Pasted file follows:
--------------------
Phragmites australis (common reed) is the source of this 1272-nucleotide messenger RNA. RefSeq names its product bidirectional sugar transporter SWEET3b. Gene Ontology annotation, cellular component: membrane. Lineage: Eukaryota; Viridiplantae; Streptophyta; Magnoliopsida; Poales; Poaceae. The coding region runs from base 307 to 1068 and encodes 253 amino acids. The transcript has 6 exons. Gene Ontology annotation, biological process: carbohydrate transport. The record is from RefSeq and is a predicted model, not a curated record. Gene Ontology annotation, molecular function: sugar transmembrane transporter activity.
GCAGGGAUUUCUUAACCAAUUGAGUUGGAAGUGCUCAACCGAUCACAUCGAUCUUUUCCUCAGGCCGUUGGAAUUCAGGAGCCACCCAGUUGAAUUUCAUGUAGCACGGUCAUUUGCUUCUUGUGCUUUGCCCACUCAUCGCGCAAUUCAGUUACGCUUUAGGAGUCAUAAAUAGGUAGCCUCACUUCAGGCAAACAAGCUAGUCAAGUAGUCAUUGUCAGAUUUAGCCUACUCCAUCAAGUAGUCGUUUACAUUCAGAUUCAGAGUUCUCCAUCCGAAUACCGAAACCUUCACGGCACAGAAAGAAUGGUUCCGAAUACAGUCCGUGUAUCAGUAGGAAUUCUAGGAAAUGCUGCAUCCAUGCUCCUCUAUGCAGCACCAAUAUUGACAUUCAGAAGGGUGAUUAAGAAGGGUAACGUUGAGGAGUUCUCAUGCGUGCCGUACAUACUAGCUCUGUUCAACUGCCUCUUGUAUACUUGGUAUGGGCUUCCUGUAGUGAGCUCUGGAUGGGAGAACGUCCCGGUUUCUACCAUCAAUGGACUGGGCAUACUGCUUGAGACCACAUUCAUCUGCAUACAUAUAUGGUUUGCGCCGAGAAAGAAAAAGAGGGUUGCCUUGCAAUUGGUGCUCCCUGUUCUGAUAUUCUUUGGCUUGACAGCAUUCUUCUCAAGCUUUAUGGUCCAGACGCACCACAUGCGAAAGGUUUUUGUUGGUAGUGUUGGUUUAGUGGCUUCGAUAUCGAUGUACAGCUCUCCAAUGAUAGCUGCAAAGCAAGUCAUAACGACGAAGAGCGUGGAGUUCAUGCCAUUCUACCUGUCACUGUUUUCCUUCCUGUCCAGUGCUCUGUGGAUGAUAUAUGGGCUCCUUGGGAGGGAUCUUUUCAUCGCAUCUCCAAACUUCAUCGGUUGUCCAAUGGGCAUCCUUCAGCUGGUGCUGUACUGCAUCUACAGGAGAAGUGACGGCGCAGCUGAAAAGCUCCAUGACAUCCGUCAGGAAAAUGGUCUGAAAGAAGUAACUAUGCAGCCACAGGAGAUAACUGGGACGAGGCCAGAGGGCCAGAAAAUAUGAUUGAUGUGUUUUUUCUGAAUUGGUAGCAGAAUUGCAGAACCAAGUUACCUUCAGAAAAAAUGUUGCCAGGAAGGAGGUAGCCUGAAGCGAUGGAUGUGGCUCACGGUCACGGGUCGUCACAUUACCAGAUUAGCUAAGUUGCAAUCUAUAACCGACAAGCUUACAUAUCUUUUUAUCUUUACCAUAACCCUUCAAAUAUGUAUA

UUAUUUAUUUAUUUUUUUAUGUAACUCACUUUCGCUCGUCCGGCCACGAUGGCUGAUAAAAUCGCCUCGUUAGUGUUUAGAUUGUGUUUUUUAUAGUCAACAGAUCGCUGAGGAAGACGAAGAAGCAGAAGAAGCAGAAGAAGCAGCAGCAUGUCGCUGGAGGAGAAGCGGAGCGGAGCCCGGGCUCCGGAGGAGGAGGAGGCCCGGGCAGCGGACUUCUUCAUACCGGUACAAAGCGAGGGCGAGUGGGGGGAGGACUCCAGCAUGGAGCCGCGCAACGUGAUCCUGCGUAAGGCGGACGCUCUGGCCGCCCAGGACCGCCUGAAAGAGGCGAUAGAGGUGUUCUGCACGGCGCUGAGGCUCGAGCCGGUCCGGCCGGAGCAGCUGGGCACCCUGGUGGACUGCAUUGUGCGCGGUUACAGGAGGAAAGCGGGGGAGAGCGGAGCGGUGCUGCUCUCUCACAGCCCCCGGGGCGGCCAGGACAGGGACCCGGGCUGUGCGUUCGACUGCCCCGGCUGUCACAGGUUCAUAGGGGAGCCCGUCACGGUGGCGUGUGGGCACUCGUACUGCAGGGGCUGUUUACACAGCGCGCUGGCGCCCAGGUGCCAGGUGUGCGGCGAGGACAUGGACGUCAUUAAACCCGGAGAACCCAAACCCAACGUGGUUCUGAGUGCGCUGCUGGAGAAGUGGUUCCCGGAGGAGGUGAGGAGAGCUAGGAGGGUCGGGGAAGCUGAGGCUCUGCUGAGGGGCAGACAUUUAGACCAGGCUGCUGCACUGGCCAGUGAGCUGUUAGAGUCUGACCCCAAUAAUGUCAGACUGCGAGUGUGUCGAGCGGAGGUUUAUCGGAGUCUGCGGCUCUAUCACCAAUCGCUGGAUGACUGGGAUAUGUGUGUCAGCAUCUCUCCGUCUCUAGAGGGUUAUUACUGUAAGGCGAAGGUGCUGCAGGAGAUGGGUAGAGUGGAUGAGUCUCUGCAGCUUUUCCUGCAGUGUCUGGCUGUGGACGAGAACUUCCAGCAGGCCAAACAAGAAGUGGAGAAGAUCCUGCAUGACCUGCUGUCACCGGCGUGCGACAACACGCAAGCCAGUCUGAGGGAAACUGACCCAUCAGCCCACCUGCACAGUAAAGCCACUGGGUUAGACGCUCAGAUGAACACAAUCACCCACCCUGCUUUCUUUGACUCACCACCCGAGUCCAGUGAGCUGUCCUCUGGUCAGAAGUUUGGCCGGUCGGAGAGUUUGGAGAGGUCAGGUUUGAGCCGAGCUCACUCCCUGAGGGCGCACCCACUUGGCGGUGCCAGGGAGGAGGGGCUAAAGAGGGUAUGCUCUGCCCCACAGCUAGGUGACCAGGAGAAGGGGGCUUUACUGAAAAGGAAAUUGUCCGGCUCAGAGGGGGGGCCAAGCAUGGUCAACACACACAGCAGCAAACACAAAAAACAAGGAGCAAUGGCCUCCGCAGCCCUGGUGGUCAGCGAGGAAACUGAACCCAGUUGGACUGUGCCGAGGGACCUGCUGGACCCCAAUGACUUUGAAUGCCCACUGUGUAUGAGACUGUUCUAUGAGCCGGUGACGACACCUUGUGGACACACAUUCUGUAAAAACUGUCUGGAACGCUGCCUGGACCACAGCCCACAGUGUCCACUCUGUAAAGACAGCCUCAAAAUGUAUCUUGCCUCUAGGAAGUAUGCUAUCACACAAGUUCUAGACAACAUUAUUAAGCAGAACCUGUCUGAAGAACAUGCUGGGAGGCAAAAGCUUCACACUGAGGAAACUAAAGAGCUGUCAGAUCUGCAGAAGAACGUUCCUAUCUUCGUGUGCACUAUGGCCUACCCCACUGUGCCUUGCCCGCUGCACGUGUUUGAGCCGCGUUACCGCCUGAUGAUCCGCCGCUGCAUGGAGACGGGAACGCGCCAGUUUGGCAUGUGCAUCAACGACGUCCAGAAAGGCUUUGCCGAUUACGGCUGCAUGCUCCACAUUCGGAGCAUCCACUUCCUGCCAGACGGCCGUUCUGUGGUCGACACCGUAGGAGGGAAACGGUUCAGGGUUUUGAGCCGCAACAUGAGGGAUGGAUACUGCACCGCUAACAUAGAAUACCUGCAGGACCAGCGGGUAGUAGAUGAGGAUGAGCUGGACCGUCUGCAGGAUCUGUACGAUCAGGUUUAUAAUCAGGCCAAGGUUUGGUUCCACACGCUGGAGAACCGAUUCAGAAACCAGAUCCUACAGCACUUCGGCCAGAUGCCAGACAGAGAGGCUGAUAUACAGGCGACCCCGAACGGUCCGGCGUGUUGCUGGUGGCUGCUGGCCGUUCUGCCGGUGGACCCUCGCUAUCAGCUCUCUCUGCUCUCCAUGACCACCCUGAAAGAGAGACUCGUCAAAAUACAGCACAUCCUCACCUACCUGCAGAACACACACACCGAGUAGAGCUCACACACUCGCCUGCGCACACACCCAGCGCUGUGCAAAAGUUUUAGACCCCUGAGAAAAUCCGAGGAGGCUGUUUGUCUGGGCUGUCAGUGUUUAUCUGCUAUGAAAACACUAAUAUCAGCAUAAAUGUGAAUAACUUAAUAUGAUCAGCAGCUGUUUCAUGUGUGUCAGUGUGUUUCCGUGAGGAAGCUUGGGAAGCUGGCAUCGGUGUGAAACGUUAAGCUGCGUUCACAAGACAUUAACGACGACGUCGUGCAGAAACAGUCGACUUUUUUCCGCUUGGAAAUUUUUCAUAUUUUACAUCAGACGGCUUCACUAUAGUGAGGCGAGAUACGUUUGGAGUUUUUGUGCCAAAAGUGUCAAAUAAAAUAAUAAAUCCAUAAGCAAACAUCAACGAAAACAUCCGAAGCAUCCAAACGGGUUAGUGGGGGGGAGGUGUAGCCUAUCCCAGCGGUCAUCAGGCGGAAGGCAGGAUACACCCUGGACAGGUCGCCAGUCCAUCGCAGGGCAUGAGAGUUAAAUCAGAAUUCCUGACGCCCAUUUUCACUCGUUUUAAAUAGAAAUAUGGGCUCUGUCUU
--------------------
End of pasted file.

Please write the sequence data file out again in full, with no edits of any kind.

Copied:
Phragmites australis (common reed) is the source of this 1272-nucleotide messenger RNA. RefSeq names its product bidirectional sugar transporter SWEET3b. Gene Ontology annotation, cellular component: membrane. Lineage: Eukaryota; Viridiplantae; Streptophyta; Magnoliopsida; Poales; Poaceae. The coding region runs from base 307 to 1068 and encodes 253 amino acids. The transcript has 6 exons. Gene Ontology annotation, biological process: carbohydrate transport. The record is from RefSeq and is a predicted model, not a curated record. Gene Ontology annotation, molecular function: sugar transmembrane transporter activity.
GCAGGGAUUUCUUAACCAAUUGAGUUGGAAGUGCUCAACCGAUCACAUCGAUCUUUUCCUCAGGCCGUUGGAAUUCAGGAGCCACCCAGUUGAAUUUCAUGUAGCACGGUCAUUUGCUUCUUGUGCUUUGCCCACUCAUCGCGCAAUUCAGUUACGCUUUAGGAGUCAUAAAUAGGUAGCCUCACUUCAGGCAAACAAGCUAGUCAAGUAGUCAUUGUCAGAUUUAGCCUACUCCAUCAAGUAGUCGUUUACAUUCAGAUUCAGAGUUCUCCAUCCGAAUACCGAAACCUUCACGGCACAGAAAGAAUGGUUCCGAAUACAGUCCGUGUAUCAGUAGGAAUUCUAGGAAAUGCUGCAUCCAUGCUCCUCUAUGCAGCACCAAUAUUGACAUUCAGAAGGGUGAUUAAGAAGGGUAACGUUGAGGAGUUCUCAUGCGUGCCGUACAUACUAGCUCUGUUCAACUGCCUCUUGUAUACUUGGUAUGGGCUUCCUGUAGUGAGCUCUGGAUGGGAGAACGUCCCGGUUUCUACCAUCAAUGGACUGGGCAUACUGCUUGAGACCACAUUCAUCUGCAUACAUAUAUGGUUUGCGCCGAGAAAGAAAAAGAGGGUUGCCUUGCAAUUGGUGCUCCCUGUUCUGAUAUUCUUUGGCUUGACAGCAUUCUUCUCAAGCUUUAUGGUCCAGACGCACCACAUGCGAAAGGUUUUUGUUGGUAGUGUUGGUUUAGUGGCUUCGAUAUCGAUGUACAGCUCUCCAAUGAUAGCUGCAAAGCAAGUCAUAACGACGAAGAGCGUGGAGUUCAUGCCAUUCUACCUGUCACUGUUUUCCUUCCUGUCCAGUGCUCUGUGGAUGAUAUAUGGGCUCCUUGGGAGGGAUCUUUUCAUCGCAUCUCCAAACUUCAUCGGUUGUCCAAUGGGCAUCCUUCAGCUGGUGCUGUACUGCAUCUACAGGAGAAGUGACGGCGCAGCUGAAAAGCUCCAUGACAUCCGUCAGGAAAAUGGUCUGAAAGAAGUAACUAUGCAGCCACAGGAGAUAACUGGGACGAGGCCAGAGGGCCAGAAAAUAUGAUUGAUGUGUUUUUUCUGAAUUGGUAGCAGAAUUGCAGAACCAAGUUACCUUCAGAAAAAAUGUUGCCAGGAAGGAGGUAGCCUGAAGCGAUGGAUGUGGCUCACGGUCACGGGUCGUCACAUUACCAGAUUAGCUAAGUUGCAAUCUAUAACCGACAAGCUUACAUAUCUUUUUAUCUUUACCAUAACCCUUCAAAUAUGUAUA

UUAUUUAUUUAUUUUUUUAUGUAACUCACUUUCGCUCGUCCGGCCACGAUGGCUGAUAAAAUCGCCUCGUUAGUGUUUAGAUUGUGUUUUUUAUAGUCAACAGAUCGCUGAGGAAGACGAAGAAGCAGAAGAAGCAGAAGAAGCAGCAGCAUGUCGCUGGAGGAGAAGCGGAGCGGAGCCCGGGCUCCGGAGGAGGAGGAGGCCCGGGCAGCGGACUUCUUCAUACCGGUACAAAGCGAGGGCGAGUGGGGGGAGGACUCCAGCAUGGAGCCGCGCAACGUGAUCCUGCGUAAGGCGGACGCUCUGGCCGCCCAGGACCGCCUGAAAGAGGCGAUAGAGGUGUUCUGCACGGCGCUGAGGCUCGAGCCGGUCCGGCCGGAGCAGCUGGGCACCCUGGUGGACUGCAUUGUGCGCGGUUACAGGAGGAAAGCGGGGGAGAGCGGAGCGGUGCUGCUCUCUCACAGCCCCCGGGGCGGCCAGGACAGGGACCCGGGCUGUGCGUUCGACUGCCCCGGCUGUCACAGGUUCAUAGGGGAGCCCGUCACGGUGGCGUGUGGGCACUCGUACUGCAGGGGCUGUUUACACAGCGCGCUGGCGCCCAGGUGCCAGGUGUGCGGCGAGGACAUGGACGUCAUUAAACCCGGAGAACCCAAACCCAACGUGGUUCUGAGUGCGCUGCUGGAGAAGUGGUUCCCGGAGGAGGUGAGGAGAGCUAGGAGGGUCGGGGAAGCUGAGGCUCUGCUGAGGGGCAGACAUUUAGACCAGGCUGCUGCACUGGCCAGUGAGCUGUUAGAGUCUGACCCCAAUAAUGUCAGACUGCGAGUGUGUCGAGCGGAGGUUUAUCGGAGUCUGCGGCUCUAUCACCAAUCGCUGGAUGACUGGGAUAUGUGUGUCAGCAUCUCUCCGUCUCUAGAGGGUUAUUACUGUAAGGCGAAGGUGCUGCAGGAGAUGGGUAGAGUGGAUGAGUCUCUGCAGCUUUUCCUGCAGUGUCUGGCUGUGGACGAGAACUUCCAGCAGGCCAAACAAGAAGUGGAGAAGAUCCUGCAUGACCUGCUGUCACCGGCGUGCGACAACACGCAAGCCAGUCUGAGGGAAACUGACCCAUCAGCCCACCUGCACAGUAAAGCCACUGGGUUAGACGCUCAGAUGAACACAAUCACCCACCCUGCUUUCUUUGACUCACCACCCGAGUCCAGUGAGCUGUCCUCUGGUCAGAAGUUUGGCCGGUCGGAGAGUUUGGAGAGGUCAGGUUUGAGCCGAGCUCACUCCCUGAGGGCGCACCCACUUGGCGGUGCCAGGGAGGAGGGGCUAAAGAGGGUAUGCUCUGCCCCACAGCUAGGUGACCAGGAGAAGGGGGCUUUACUGAAAAGGAAAUUGUCCGGCUCAGAGGGGGGGCCAAGCAUGGUCAACACACACAGCAGCAAACACAAAAAACAAGGAGCAAUGGCCUCCGCAGCCCUGGUGGUCAGCGAGGAAACUGAACCCAGUUGGACUGUGCCGAGGGACCUGCUGGACCCCAAUGACUUUGAAUGCCCACUGUGUAUGAGACUGUUCUAUGAGCCGGUGACGACACCUUGUGGACACACAUUCUGUAAAAACUGUCUGGAACGCUGCCUGGACCACAGCCCACAGUGUCCACUCUGUAAAGACAGCCUCAAAAUGUAUCUUGCCUCUAGGAAGUAUGCUAUCACACAAGUUCUAGACAACAUUAUUAAGCAGAACCUGUCUGAAGAACAUGCUGGGAGGCAAAAGCUUCACACUGAGGAAACUAAAGAGCUGUCAGAUCUGCAGAAGAACGUUCCUAUCUUCGUGUGCACUAUGGCCUACCCCACUGUGCCUUGCCCGCUGCACGUGUUUGAGCCGCGUUACCGCCUGAUGAUCCGCCGCUGCAUGGAGACGGGAACGCGCCAGUUUGGCAUGUGCAUCAACGACGUCCAGAAAGGCUUUGCCGAUUACGGCUGCAUGCUCCACAUUCGGAGCAUCCACUUCCUGCCAGACGGCCGUUCUGUGGUCGACACCGUAGGAGGGAAACGGUUCAGGGUUUUGAGCCGCAACAUGAGGGAUGGAUACUGCACCGCUAACAUAGAAUACCUGCAGGACCAGCGGGUAGUAGAUGAGGAUGAGCUGGACCGUCUGCAGGAUCUGUACGAUCAGGUUUAUAAUCAGGCCAAGGUUUGGUUCCACACGCUGGAGAACCGAUUCAGAAACCAGAUCCUACAGCACUUCGGCCAGAUGCCAGACAGAGAGGCUGAUAUACAGGCGACCCCGAACGGUCCGGCGUGUUGCUGGUGGCUGCUGGCCGUUCUGCCGGUGGACCCUCGCUAUCAGCUCUCUCUGCUCUCCAUGACCACCCUGAAAGAGAGACUCGUCAAAAUACAGCACAUCCUCACCUACCUGCAGAACACACACACCGAGUAGAGCUCACACACUCGCCUGCGCACACACCCAGCGCUGUGCAAAAGUUUUAGACCCCUGAGAAAAUCCGAGGAGGCUGUUUGUCUGGGCUGUCAGUGUUUAUCUGCUAUGAAAACACUAAUAUCAGCAUAAAUGUGAAUAACUUAAUAUGAUCAGCAGCUGUUUCAUGUGUGUCAGUGUGUUUCCGUGAGGAAGCUUGGGAAGCUGGCAUCGGUGUGAAACGUUAAGCUGCGUUCACAAGACAUUAACGACGACGUCGUGCAGAAACAGUCGACUUUUUUCCGCUUGGAAAUUUUUCAUAUUUUACAUCAGACGGCUUCACUAUAGUGAGGCGAGAUACGUUUGGAGUUUUUGUGCCAAAAGUGUCAAAUAAAAUAAUAAAUCCAUAAGCAAACAUCAACGAAAACAUCCGAAGCAUCCAAACGGGUUAGUGGGGGGGAGGUGUAGCCUAUCCCAGCGGUCAUCAGGCGGAAGGCAGGAUACACCCUGGACAGGUCGCCAGUCCAUCGCAGGGCAUGAGAGUUAAAUCAGAAUUCCUGACGCCCAUUUUCACUCGUUUUAAAUAGAAAUAUGGGCUCUGUCUU